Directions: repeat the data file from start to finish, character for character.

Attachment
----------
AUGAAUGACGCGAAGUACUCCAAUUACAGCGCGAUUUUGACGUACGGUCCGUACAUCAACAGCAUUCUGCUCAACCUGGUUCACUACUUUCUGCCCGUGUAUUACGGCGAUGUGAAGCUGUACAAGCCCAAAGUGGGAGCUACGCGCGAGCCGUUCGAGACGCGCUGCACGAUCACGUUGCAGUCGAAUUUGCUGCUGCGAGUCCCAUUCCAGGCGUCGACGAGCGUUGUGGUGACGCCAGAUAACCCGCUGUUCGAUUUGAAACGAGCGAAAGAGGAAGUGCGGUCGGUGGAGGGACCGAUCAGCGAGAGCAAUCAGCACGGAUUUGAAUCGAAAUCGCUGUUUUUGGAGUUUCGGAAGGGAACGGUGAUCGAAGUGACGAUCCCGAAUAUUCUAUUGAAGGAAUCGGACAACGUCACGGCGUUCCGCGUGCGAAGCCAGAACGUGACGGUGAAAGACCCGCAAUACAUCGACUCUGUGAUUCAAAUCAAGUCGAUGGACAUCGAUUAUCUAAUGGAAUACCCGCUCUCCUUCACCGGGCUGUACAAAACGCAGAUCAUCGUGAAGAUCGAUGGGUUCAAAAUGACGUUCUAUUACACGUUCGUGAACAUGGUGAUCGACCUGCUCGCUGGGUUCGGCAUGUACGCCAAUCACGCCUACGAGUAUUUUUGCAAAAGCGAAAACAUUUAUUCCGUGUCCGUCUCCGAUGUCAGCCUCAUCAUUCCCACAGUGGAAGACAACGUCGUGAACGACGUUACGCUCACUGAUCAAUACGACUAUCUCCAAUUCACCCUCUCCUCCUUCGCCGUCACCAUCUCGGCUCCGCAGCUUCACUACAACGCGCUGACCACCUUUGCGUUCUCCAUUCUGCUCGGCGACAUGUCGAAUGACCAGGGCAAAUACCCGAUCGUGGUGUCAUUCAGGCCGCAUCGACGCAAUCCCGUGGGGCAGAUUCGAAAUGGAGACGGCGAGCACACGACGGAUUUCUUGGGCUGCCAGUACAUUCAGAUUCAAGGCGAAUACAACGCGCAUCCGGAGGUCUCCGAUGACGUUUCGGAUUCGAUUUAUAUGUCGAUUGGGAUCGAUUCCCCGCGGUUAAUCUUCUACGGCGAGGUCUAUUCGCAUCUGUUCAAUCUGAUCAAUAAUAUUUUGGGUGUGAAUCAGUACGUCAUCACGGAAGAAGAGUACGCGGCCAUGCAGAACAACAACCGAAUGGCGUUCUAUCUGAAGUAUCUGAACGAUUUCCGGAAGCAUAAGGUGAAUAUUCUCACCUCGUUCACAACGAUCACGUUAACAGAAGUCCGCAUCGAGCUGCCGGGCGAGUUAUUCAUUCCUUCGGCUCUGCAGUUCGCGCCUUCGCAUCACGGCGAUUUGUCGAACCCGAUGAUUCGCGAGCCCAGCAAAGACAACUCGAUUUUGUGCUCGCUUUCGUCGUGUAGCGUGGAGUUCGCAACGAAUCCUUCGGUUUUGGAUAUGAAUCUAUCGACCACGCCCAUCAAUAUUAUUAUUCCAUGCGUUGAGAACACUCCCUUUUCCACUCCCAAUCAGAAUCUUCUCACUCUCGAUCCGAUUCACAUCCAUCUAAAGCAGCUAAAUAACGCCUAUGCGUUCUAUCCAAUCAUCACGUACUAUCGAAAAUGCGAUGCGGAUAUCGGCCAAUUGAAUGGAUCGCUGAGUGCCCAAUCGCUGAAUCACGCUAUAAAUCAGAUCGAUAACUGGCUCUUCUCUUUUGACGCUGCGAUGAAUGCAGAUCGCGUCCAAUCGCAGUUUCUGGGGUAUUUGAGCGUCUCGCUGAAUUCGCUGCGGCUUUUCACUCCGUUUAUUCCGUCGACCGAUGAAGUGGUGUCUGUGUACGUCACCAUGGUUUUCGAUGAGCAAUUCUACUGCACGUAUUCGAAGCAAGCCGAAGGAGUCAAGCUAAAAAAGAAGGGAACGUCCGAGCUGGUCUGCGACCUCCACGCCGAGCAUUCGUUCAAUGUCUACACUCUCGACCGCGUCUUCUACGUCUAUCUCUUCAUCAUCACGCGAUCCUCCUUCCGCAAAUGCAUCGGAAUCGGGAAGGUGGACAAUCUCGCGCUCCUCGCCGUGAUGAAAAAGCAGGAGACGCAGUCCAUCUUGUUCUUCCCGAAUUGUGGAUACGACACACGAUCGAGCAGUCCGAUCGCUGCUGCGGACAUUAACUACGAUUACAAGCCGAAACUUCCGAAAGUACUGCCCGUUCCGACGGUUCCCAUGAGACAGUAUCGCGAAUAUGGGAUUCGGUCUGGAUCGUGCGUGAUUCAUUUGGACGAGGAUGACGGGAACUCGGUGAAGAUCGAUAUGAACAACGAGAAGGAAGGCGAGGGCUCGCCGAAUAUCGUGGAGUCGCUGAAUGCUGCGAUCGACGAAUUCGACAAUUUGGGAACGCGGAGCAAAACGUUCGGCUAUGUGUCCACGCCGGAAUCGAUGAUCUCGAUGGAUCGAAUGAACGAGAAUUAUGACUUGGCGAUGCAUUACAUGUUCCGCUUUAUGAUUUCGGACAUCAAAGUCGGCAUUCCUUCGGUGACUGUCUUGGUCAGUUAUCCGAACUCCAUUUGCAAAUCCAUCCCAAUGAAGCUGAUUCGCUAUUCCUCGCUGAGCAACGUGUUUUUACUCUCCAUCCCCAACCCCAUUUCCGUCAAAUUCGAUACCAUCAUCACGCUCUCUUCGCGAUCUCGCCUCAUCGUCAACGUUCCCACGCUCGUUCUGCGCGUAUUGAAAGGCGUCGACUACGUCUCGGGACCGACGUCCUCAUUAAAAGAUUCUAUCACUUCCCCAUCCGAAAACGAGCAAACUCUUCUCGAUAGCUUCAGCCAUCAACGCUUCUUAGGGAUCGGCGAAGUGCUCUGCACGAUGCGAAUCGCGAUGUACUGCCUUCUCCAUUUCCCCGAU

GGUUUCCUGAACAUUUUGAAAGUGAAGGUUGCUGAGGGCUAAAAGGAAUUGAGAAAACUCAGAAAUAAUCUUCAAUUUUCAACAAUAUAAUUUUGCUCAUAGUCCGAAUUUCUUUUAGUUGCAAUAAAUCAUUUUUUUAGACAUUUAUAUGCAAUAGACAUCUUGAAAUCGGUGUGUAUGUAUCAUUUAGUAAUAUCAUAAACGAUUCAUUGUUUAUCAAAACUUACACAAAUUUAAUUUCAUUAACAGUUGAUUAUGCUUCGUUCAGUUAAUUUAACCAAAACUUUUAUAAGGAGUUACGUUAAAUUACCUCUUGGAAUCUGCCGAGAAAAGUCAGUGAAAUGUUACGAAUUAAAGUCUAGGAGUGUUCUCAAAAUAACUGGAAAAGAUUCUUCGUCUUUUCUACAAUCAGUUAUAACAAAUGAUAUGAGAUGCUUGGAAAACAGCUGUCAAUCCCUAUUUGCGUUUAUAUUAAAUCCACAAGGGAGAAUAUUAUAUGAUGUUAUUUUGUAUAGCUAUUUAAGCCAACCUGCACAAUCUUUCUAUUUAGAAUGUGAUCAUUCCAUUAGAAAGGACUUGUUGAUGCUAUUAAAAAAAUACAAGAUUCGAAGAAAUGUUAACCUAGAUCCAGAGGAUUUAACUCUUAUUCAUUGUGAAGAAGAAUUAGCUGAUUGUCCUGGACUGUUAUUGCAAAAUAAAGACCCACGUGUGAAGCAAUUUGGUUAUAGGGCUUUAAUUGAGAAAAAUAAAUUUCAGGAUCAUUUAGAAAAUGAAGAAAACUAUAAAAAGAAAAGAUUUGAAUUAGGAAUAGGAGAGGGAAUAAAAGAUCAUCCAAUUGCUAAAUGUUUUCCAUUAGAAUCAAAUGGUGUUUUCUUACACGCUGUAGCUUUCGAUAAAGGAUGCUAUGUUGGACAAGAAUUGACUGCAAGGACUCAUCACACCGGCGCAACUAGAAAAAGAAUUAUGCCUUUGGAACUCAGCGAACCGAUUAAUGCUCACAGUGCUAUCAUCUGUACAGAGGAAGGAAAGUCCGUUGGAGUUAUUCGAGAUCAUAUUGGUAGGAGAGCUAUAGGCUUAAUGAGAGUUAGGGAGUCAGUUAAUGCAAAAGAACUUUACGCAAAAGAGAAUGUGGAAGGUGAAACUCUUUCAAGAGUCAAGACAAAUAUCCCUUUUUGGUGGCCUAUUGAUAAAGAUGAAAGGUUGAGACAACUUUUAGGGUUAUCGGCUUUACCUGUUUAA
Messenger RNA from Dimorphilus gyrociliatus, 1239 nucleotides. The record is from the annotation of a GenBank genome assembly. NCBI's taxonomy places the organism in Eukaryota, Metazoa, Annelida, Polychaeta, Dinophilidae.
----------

AUGAAUGACGCGAAGUACUCCAAUUACAGCGCGAUUUUGACGUACGGUCCGUACAUCAACAGCAUUCUGCUCAACCUGGUUCACUACUUUCUGCCCGUGUAUUACGGCGAUGUGAAGCUGUACAAGCCCAAAGUGGGAGCUACGCGCGAGCCGUUCGAGACGCGCUGCACGAUCACGUUGCAGUCGAAUUUGCUGCUGCGAGUCCCAUUCCAGGCGUCGACGAGCGUUGUGGUGACGCCAGAUAACCCGCUGUUCGAUUUGAAACGAGCGAAAGAGGAAGUGCGGUCGGUGGAGGGACCGAUCAGCGAGAGCAAUCAGCACGGAUUUGAAUCGAAAUCGCUGUUUUUGGAGUUUCGGAAGGGAACGGUGAUCGAAGUGACGAUCCCGAAUAUUCUAUUGAAGGAAUCGGACAACGUCACGGCGUUCCGCGUGCGAAGCCAGAACGUGACGGUGAAAGACCCGCAAUACAUCGACUCUGUGAUUCAAAUCAAGUCGAUGGACAUCGAUUAUCUAAUGGAAUACCCGCUCUCCUUCACCGGGCUGUACAAAACGCAGAUCAUCGUGAAGAUCGAUGGGUUCAAAAUGACGUUCUAUUACACGUUCGUGAACAUGGUGAUCGACCUGCUCGCUGGGUUCGGCAUGUACGCCAAUCACGCCUACGAGUAUUUUUGCAAAAGCGAAAACAUUUAUUCCGUGUCCGUCUCCGAUGUCAGCCUCAUCAUUCCCACAGUGGAAGACAACGUCGUGAACGACGUUACGCUCACUGAUCAAUACGACUAUCUCCAAUUCACCCUCUCCUCCUUCGCCGUCACCAUCUCGGCUCCGCAGCUUCACUACAACGCGCUGACCACCUUUGCGUUCUCCAUUCUGCUCGGCGACAUGUCGAAUGACCAGGGCAAAUACCCGAUCGUGGUGUCAUUCAGGCCGCAUCGACGCAAUCCCGUGGGGCAGAUUCGAAAUGGAGACGGCGAGCACACGACGGAUUUCUUGGGCUGCCAGUACAUUCAGAUUCAAGGCGAAUACAACGCGCAUCCGGAGGUCUCCGAUGACGUUUCGGAUUCGAUUUAUAUGUCGAUUGGGAUCGAUUCCCCGCGGUUAAUCUUCUACGGCGAGGUCUAUUCGCAUCUGUUCAAUCUGAUCAAUAAUAUUUUGGGUGUGAAUCAGUACGUCAUCACGGAAGAAGAGUACGCGGCCAUGCAGAACAACAACCGAAUGGCGUUCUAUCUGAAGUAUCUGAACGAUUUCCGGAAGCAUAAGGUGAAUAUUCUCACCUCGUUCACAACGAUCACGUUAACAGAAGUCCGCAUCGAGCUGCCGGGCGAGUUAUUCAUUCCUUCGGCUCUGCAGUUCGCGCCUUCGCAUCACGGCGAUUUGUCGAACCCGAUGAUUCGCGAGCCCAGCAAAGACAACUCGAUUUUGUGCUCGCUUUCGUCGUGUAGCGUGGAGUUCGCAACGAAUCCUUCGGUUUUGGAUAUGAAUCUAUCGACCACGCCCAUCAAUAUUAUUAUUCCAUGCGUUGAGAACACUCCCUUUUCCACUCCCAAUCAGAAUCUUCUCACUCUCGAUCCGAUUCACAUCCAUCUAAAGCAGCUAAAUAACGCCUAUGCGUUCUAUCCAAUCAUCACGUACUAUCGAAAAUGCGAUGCGGAUAUCGGCCAAUUGAAUGGAUCGCUGAGUGCCCAAUCGCUGAAUCACGCUAUAAAUCAGAUCGAUAACUGGCUCUUCUCUUUUGACGCUGCGAUGAAUGCAGAUCGCGUCCAAUCGCAGUUUCUGGGGUAUUUGAGCGUCUCGCUGAAUUCGCUGCGGCUUUUCACUCCGUUUAUUCCGUCGACCGAUGAAGUGGUGUCUGUGUACGUCACCAUGGUUUUCGAUGAGCAAUUCUACUGCACGUAUUCGAAGCAAGCCGAAGGAGUCAAGCUAAAAAAGAAGGGAACGUCCGAGCUGGUCUGCGACCUCCACGCCGAGCAUUCGUUCAAUGUCUACACUCUCGACCGCGUCUUCUACGUCUAUCUCUUCAUCAUCACGCGAUCCUCCUUCCGCAAAUGCAUCGGAAUCGGGAAGGUGGACAAUCUCGCGCUCCUCGCCGUGAUGAAAAAGCAGGAGACGCAGUCCAUCUUGUUCUUCCCGAAUUGUGGAUACGACACACGAUCGAGCAGUCCGAUCGCUGCUGCGGACAUUAACUACGAUUACAAGCCGAAACUUCCGAAAGUACUGCCCGUUCCGACGGUUCCCAUGAGACAGUAUCGCGAAUAUGGGAUUCGGUCUGGAUCGUGCGUGAUUCAUUUGGACGAGGAUGACGGGAACUCGGUGAAGAUCGAUAUGAACAACGAGAAGGAAGGCGAGGGCUCGCCGAAUAUCGUGGAGUCGCUGAAUGCUGCGAUCGACGAAUUCGACAAUUUGGGAACGCGGAGCAAAACGUUCGGCUAUGUGUCCACGCCGGAAUCGAUGAUCUCGAUGGAUCGAAUGAACGAGAAUUAUGACUUGGCGAUGCAUUACAUGUUCCGCUUUAUGAUUUCGGACAUCAAAGUCGGCAUUCCUUCGGUGACUGUCUUGGUCAGUUAUCCGAACUCCAUUUGCAAAUCCAUCCCAAUGAAGCUGAUUCGCUAUUCCUCGCUGAGCAACGUGUUUUUACUCUCCAUCCCCAACCCCAUUUCCGUCAAAUUCGAUACCAUCAUCACGCUCUCUUCGCGAUCUCGCCUCAUCGUCAACGUUCCCACGCUCGUUCUGCGCGUAUUGAAAGGCGUCGACUACGUCUCGGGACCGACGUCCUCAUUAAAAGAUUCUAUCACUUCCCCAUCCGAAAACGAGCAAACUCUUCUCGAUAGCUUCAGCCAUCAACGCUUCUUAGGGAUCGGCGAAGUGCUCUGCACGAUGCGAAUCGCGAUGUACUGCCUUCUCCAUUUCCCCGAU

GGUUUCCUGAACAUUUUGAAAGUGAAGGUUGCUGAGGGCUAAAAGGAAUUGAGAAAACUCAGAAAUAAUCUUCAAUUUUCAACAAUAUAAUUUUGCUCAUAGUCCGAAUUUCUUUUAGUUGCAAUAAAUCAUUUUUUUAGACAUUUAUAUGCAAUAGACAUCUUGAAAUCGGUGUGUAUGUAUCAUUUAGUAAUAUCAUAAACGAUUCAUUGUUUAUCAAAACUUACACAAAUUUAAUUUCAUUAACAGUUGAUUAUGCUUCGUUCAGUUAAUUUAACCAAAACUUUUAUAAGGAGUUACGUUAAAUUACCUCUUGGAAUCUGCCGAGAAAAGUCAGUGAAAUGUUACGAAUUAAAGUCUAGGAGUGUUCUCAAAAUAACUGGAAAAGAUUCUUCGUCUUUUCUACAAUCAGUUAUAACAAAUGAUAUGAGAUGCUUGGAAAACAGCUGUCAAUCCCUAUUUGCGUUUAUAUUAAAUCCACAAGGGAGAAUAUUAUAUGAUGUUAUUUUGUAUAGCUAUUUAAGCCAACCUGCACAAUCUUUCUAUUUAGAAUGUGAUCAUUCCAUUAGAAAGGACUUGUUGAUGCUAUUAAAAAAAUACAAGAUUCGAAGAAAUGUUAACCUAGAUCCAGAGGAUUUAACUCUUAUUCAUUGUGAAGAAGAAUUAGCUGAUUGUCCUGGACUGUUAUUGCAAAAUAAAGACCCACGUGUGAAGCAAUUUGGUUAUAGGGCUUUAAUUGAGAAAAAUAAAUUUCAGGAUCAUUUAGAAAAUGAAGAAAACUAUAAAAAGAAAAGAUUUGAAUUAGGAAUAGGAGAGGGAAUAAAAGAUCAUCCAAUUGCUAAAUGUUUUCCAUUAGAAUCAAAUGGUGUUUUCUUACACGCUGUAGCUUUCGAUAAAGGAUGCUAUGUUGGACAAGAAUUGACUGCAAGGACUCAUCACACCGGCGCAACUAGAAAAAGAAUUAUGCCUUUGGAACUCAGCGAACCGAUUAAUGCUCACAGUGCUAUCAUCUGUACAGAGGAAGGAAAGUCCGUUGGAGUUAUUCGAGAUCAUAUUGGUAGGAGAGCUAUAGGCUUAAUGAGAGUUAGGGAGUCAGUUAAUGCAAAAGAACUUUACGCAAAAGAGAAUGUGGAAGGUGAAACUCUUUCAAGAGUCAAGACAAAUAUCCCUUUUUGGUGGCCUAUUGAUAAAGAUGAAAGGUUGAGACAACUUUUAGGGUUAUCGGCUUUACCUGUUUAA
Messenger RNA from Dimorphilus gyrociliatus, 1239 nucleotides. The record is from the annotation of a GenBank genome assembly. NCBI's taxonomy places the organism in Eukaryota, Metazoa, Annelida, Polychaeta, Dinophilidae.